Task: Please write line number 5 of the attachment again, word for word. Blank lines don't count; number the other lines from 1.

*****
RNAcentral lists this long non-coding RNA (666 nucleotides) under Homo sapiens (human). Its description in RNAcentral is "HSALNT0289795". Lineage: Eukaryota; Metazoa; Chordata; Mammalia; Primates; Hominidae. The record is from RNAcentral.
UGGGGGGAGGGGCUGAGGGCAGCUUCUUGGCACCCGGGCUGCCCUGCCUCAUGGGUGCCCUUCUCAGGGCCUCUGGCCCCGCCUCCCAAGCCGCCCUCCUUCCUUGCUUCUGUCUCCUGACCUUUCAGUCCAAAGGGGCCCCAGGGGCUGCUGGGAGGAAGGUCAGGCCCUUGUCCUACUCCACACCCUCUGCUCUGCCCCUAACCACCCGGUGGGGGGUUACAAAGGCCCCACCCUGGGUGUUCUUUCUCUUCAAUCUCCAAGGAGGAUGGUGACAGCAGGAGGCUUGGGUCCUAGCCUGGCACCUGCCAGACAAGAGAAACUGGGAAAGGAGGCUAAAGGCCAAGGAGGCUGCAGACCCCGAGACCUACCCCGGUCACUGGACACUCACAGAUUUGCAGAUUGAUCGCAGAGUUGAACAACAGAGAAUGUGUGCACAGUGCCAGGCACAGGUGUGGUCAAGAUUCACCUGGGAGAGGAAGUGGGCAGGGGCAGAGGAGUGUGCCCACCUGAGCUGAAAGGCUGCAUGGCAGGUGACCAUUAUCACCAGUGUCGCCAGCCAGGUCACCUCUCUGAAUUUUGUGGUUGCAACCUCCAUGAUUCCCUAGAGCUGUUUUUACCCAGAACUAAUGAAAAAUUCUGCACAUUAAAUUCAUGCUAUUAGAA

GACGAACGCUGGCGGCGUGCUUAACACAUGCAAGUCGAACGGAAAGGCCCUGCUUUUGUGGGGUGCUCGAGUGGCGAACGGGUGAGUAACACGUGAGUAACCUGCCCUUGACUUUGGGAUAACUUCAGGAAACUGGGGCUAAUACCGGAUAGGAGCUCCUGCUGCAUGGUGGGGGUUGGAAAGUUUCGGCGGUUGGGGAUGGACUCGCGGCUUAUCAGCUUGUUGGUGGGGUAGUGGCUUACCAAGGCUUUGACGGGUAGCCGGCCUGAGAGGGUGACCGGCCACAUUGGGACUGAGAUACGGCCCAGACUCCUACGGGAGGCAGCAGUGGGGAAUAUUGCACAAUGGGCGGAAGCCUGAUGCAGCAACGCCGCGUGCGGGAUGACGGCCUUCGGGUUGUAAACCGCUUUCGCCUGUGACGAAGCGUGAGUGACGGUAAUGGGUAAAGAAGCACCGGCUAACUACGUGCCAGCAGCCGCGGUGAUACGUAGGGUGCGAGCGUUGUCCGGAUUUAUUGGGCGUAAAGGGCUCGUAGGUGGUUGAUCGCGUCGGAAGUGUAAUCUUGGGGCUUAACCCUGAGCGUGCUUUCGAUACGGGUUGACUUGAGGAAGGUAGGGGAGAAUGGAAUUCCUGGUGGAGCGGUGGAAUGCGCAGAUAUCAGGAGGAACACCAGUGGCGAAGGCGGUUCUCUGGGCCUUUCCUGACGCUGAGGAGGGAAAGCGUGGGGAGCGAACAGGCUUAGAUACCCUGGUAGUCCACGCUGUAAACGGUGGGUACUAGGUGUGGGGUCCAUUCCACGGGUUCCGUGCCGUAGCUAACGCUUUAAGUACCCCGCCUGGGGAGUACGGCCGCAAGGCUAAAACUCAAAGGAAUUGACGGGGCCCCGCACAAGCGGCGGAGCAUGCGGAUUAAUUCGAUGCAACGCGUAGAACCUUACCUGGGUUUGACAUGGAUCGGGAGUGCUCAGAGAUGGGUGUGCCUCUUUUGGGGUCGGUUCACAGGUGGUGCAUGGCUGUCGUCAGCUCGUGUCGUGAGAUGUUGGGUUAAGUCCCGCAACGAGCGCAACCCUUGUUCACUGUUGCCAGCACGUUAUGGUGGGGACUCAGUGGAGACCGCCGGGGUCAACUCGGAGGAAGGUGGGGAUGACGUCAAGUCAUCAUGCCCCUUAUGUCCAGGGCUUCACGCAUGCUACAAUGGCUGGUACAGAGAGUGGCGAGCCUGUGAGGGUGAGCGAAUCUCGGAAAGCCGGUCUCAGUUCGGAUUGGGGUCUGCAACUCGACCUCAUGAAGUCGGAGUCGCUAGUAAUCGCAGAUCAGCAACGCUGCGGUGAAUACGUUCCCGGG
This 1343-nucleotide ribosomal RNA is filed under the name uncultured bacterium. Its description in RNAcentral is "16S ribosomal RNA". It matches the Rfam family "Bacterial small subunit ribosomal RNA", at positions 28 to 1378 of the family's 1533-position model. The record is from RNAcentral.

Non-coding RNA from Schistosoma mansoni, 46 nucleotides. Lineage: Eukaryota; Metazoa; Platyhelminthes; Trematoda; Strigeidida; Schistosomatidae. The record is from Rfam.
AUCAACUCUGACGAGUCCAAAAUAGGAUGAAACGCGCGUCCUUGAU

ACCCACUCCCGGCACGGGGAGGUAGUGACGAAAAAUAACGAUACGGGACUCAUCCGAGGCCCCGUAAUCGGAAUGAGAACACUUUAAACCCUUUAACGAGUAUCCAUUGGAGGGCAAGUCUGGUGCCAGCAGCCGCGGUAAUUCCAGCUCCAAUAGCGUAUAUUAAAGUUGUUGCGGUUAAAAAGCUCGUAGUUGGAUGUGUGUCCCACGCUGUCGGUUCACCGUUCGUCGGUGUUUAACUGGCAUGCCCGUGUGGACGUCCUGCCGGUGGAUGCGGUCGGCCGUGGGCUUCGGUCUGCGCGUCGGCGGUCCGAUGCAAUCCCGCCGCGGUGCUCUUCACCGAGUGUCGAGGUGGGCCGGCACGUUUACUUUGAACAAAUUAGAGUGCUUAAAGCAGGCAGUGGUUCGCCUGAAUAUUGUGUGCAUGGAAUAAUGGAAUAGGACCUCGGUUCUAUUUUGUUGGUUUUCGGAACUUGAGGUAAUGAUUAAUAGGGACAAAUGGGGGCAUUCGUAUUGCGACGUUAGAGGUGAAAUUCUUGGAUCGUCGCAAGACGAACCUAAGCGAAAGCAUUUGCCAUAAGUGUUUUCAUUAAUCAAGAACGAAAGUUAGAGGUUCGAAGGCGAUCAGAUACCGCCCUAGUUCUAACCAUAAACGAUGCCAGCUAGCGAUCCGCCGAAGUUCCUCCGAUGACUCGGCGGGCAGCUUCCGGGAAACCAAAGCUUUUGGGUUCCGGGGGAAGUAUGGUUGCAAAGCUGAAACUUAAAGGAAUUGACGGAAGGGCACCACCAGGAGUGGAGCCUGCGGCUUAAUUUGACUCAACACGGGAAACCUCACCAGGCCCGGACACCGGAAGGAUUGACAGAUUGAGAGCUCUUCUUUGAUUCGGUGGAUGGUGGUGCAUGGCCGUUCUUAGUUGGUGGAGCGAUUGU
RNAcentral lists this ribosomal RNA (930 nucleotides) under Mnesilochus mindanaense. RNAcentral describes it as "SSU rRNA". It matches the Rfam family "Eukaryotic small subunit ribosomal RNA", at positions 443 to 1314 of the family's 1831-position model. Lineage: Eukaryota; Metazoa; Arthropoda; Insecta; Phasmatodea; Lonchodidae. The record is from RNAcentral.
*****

Non-coding RNA from Schistosoma mansoni, 46 nucleotides. Lineage: Eukaryota; Metazoa; Platyhelminthes; Trematoda; Strigeidida; Schistosomatidae. The record is from Rfam.